Withdrawing the permission for the given data processing rights can be difficult to implement on the website, without disrupting the user experience on the website. However, under the GDPR it must be as easy removable as it was previously granted. One-way companies tackled this challenge, is to list specific areas the data will potentially be used for, that the user can agree on or decline (E.g. personalised ads, behaviour tracking, personalised user experience on the website). This is mostly done through Cookies. Additionally, should it be easy for your newsletters subscribers to opt-out any time from your mail list. If it is not clearly marked in your email or there is no option at all to opted out, then it can result in heavy fines.

3. GDPR compliant use of Google Analytics

Google Analytics is by far the most used and the most popular website tracking tool, that gives its users a unique inside in the behaviour of its website visitors. But is Google Analytics compliant with the GDPR?

There are some simple steps you can take, to make the usage of Google Analytics for your website compliant. Google Analytics registers every user with a unique user ID, in order to show the total number of visitors on the website (E.g. New or returning customers), the behaviour (E.g. Through which websites the customer is converting; Bounce rate) and interaction on the website. Additionally, can Analytics segment users after age, gender and sometimes even income. All of the mentioned information is considered as personal data under GDPR, that can potentially identify an individual. However, the full extent of the collected data through Google Analytics is difficult to establish, as Google constantly develops and improves the tool.

Googles stats under their EU consent policy, that the website owners have the responsibility to disclose, that Google Analytics is used on the website. Additionally, they need to obtain consent from the end users of the website in the European Union and specify the exact reason for collecting the personal data. Thus, Google Analytics shifts the responsibility of the data protection requirement towards the website owner. The following tips help you to control compliance with the GDPR while using Google Analytics.

Turn on the IP Anonymization

The IP address counts under the GDPR to personal data. Google uses the IP address of the users to generate a geographical report. Anonymization will thus reduce the accuracy of your user tracking through Google Analytics. You can archive an anonymization of the IP-address by adding the following variable to the Google Analytics tracking code script:

{ ‘anonymize_ip’: true }

Once the function is added to the Google Analytics tracking code, the IP address will be anonymized at the point of collection.

2. Check through the pseudofiction settings of Google Analytics

Google Analytics already has implemented measures to prevent the identification of a single user. However, you should check, if the following pseudofiction settings are active and functioning.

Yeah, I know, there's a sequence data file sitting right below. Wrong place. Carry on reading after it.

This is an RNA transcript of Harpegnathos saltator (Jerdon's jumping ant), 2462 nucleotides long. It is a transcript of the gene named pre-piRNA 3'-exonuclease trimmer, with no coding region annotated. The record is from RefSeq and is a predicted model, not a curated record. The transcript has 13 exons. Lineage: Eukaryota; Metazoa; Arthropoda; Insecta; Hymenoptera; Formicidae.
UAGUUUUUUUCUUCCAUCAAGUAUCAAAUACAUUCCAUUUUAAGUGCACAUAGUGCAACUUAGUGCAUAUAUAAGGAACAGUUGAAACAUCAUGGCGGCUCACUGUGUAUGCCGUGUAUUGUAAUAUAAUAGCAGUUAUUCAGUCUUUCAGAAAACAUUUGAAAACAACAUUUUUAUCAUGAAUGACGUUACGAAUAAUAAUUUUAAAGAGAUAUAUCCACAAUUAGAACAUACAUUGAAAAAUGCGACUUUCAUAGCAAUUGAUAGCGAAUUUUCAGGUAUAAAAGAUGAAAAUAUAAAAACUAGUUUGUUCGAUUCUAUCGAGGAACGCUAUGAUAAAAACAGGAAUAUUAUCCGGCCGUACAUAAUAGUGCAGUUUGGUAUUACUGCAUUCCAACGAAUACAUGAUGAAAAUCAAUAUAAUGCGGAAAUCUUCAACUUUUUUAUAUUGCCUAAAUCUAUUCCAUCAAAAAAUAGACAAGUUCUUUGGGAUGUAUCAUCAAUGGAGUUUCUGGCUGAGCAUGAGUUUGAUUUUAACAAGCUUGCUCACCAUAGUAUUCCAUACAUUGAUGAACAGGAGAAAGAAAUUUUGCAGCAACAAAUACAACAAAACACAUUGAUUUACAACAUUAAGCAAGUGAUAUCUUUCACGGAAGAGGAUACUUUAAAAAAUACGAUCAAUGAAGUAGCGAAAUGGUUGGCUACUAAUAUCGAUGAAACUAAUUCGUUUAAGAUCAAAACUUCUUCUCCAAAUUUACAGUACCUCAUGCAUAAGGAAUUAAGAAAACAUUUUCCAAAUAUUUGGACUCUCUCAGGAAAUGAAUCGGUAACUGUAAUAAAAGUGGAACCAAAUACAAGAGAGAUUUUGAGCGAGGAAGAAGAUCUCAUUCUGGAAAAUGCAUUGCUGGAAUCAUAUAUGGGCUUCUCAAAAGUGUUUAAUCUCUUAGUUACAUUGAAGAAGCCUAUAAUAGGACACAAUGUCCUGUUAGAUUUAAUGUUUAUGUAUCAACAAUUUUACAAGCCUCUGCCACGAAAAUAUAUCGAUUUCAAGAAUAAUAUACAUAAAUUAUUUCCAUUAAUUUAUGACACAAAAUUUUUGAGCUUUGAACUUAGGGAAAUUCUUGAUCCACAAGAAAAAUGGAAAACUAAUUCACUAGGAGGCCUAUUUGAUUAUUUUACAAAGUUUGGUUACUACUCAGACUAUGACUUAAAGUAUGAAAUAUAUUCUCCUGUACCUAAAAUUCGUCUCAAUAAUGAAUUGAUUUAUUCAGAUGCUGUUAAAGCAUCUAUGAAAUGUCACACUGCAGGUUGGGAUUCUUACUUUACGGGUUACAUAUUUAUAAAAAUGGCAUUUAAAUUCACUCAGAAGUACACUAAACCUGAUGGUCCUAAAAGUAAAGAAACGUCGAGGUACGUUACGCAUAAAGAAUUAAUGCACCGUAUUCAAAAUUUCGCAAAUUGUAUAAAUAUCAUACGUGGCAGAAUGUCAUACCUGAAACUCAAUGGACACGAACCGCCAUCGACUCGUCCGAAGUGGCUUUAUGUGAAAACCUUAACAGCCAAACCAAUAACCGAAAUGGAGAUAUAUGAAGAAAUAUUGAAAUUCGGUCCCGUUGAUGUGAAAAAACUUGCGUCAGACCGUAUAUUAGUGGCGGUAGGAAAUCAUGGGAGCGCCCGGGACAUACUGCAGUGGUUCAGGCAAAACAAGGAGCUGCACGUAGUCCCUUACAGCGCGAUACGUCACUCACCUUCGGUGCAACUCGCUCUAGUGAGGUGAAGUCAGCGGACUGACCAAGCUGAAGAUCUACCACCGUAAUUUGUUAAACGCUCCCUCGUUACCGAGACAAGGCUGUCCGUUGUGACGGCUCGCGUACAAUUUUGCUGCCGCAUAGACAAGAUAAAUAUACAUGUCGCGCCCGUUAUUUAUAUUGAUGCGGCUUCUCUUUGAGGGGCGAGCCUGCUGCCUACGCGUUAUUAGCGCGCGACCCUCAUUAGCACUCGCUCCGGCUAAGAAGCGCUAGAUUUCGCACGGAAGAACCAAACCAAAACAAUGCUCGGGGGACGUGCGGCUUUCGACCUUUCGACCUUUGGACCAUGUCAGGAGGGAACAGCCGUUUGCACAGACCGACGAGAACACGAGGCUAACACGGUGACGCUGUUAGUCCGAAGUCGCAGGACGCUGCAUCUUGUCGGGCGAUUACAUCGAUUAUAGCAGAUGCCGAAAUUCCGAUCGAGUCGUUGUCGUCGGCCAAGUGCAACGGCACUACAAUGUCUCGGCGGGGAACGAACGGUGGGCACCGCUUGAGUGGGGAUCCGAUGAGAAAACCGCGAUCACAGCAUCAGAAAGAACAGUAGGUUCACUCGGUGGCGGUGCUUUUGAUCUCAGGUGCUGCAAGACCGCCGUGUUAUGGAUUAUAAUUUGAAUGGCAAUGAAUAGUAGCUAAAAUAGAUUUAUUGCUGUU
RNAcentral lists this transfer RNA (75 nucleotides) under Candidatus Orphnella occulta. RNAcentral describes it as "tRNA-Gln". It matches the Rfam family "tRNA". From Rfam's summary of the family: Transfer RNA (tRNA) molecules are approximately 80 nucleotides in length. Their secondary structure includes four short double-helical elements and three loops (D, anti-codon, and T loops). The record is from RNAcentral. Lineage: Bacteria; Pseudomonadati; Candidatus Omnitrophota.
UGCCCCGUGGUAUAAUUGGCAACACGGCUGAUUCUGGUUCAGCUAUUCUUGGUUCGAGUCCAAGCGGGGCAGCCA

User ID: Make sure that the users are identified through numbers or letters and not through specific email addresses or usernames in plain text.

Transaction ID: Combining the transaction ID to other data sources in the account can potentially identify an individual. Thus, make sure that the ID is a random alphanumeric identifier.

Encrypted data: Encrypted data can include email addresses or personal phone numbers. Thus, it is recommended to avoid collect encrypted data through Google Analytics. Google Analytics has a minimum hashing requirement of SHA256 and recommends the use of salt with a minimum of 8 characters.

  1. Check the URLs page title

When the URL contains “email= querystring” as a parameter, then it is likely that you are transmitting personal data to other marketing tools on your website. Check through your page titles and URLs to ensure that no personal data is collected.

  1. Other measures for ongoing compliance

Next to the technical aspects are the following measurements important to establish ongoing compliance with the GDPR.

  • Find someone in the company, that will be responsible for the data protection and a regular check-up of the GDPR compliance.
  • Document and record all your GDPR complaints measures and secure all of the filled-out consent forms
  • Assess regularly your data protection measures
  • Train employees, to foster and aid an understanding for GDPR-compliant use and collection of personal data


Even though the hype around GDPR decreased significantly since the introduction of the bill in 2016, it should not be forgotten or ignored. There are different measures of compliance that can be conducted in a company, that generated different levels of compliance. It is up to the individual website owner, how compliant with the GDPR requirements they want to be. However, following the proposed tips gets you one step closer to being GDPR compliant.

Content writer in English & German for Morning Train. Morning Train is a digital full-service web agency based in Odense, Denmark. Morning Train creates, designs and advertises websites for international clients.